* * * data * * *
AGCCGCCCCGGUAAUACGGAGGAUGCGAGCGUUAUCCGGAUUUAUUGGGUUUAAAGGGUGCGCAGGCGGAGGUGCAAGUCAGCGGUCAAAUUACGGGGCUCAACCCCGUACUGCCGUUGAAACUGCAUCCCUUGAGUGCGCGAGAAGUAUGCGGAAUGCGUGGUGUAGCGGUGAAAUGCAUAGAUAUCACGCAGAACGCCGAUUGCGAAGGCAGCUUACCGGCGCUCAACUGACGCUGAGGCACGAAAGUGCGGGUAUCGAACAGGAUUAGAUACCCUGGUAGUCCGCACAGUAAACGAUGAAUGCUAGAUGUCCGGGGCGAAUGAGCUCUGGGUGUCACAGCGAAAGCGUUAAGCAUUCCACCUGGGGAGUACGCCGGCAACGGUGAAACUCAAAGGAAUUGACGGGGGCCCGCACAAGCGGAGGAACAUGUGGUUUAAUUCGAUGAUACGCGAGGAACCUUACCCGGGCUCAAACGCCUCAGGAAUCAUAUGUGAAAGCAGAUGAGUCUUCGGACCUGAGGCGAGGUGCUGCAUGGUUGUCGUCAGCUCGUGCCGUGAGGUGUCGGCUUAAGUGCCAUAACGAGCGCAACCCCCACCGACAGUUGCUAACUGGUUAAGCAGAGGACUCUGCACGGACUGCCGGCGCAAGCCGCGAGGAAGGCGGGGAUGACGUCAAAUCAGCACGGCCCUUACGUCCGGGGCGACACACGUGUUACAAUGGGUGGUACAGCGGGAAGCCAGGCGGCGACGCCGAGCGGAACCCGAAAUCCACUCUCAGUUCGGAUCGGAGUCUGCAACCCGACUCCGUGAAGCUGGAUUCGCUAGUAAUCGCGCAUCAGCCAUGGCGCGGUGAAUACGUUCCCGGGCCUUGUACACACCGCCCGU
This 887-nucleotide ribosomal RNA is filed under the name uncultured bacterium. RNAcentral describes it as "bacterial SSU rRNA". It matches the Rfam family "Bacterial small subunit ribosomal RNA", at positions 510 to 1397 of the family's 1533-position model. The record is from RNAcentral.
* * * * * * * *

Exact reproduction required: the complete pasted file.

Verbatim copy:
AGCCGCCCCGGUAAUACGGAGGAUGCGAGCGUUAUCCGGAUUUAUUGGGUUUAAAGGGUGCGCAGGCGGAGGUGCAAGUCAGCGGUCAAAUUACGGGGCUCAACCCCGUACUGCCGUUGAAACUGCAUCCCUUGAGUGCGCGAGAAGUAUGCGGAAUGCGUGGUGUAGCGGUGAAAUGCAUAGAUAUCACGCAGAACGCCGAUUGCGAAGGCAGCUUACCGGCGCUCAACUGACGCUGAGGCACGAAAGUGCGGGUAUCGAACAGGAUUAGAUACCCUGGUAGUCCGCACAGUAAACGAUGAAUGCUAGAUGUCCGGGGCGAAUGAGCUCUGGGUGUCACAGCGAAAGCGUUAAGCAUUCCACCUGGGGAGUACGCCGGCAACGGUGAAACUCAAAGGAAUUGACGGGGGCCCGCACAAGCGGAGGAACAUGUGGUUUAAUUCGAUGAUACGCGAGGAACCUUACCCGGGCUCAAACGCCUCAGGAAUCAUAUGUGAAAGCAGAUGAGUCUUCGGACCUGAGGCGAGGUGCUGCAUGGUUGUCGUCAGCUCGUGCCGUGAGGUGUCGGCUUAAGUGCCAUAACGAGCGCAACCCCCACCGACAGUUGCUAACUGGUUAAGCAGAGGACUCUGCACGGACUGCCGGCGCAAGCCGCGAGGAAGGCGGGGAUGACGUCAAAUCAGCACGGCCCUUACGUCCGGGGCGACACACGUGUUACAAUGGGUGGUACAGCGGGAAGCCAGGCGGCGACGCCGAGCGGAACCCGAAAUCCACUCUCAGUUCGGAUCGGAGUCUGCAACCCGACUCCGUGAAGCUGGAUUCGCUAGUAAUCGCGCAUCAGCCAUGGCGCGGUGAAUACGUUCCCGGGCCUUGUACACACCGCCCGU
This 887-nucleotide ribosomal RNA is filed under the name uncultured bacterium. RNAcentral describes it as "bacterial SSU rRNA". It matches the Rfam family "Bacterial small subunit ribosomal RNA", at positions 510 to 1397 of the family's 1533-position model. The record is from RNAcentral.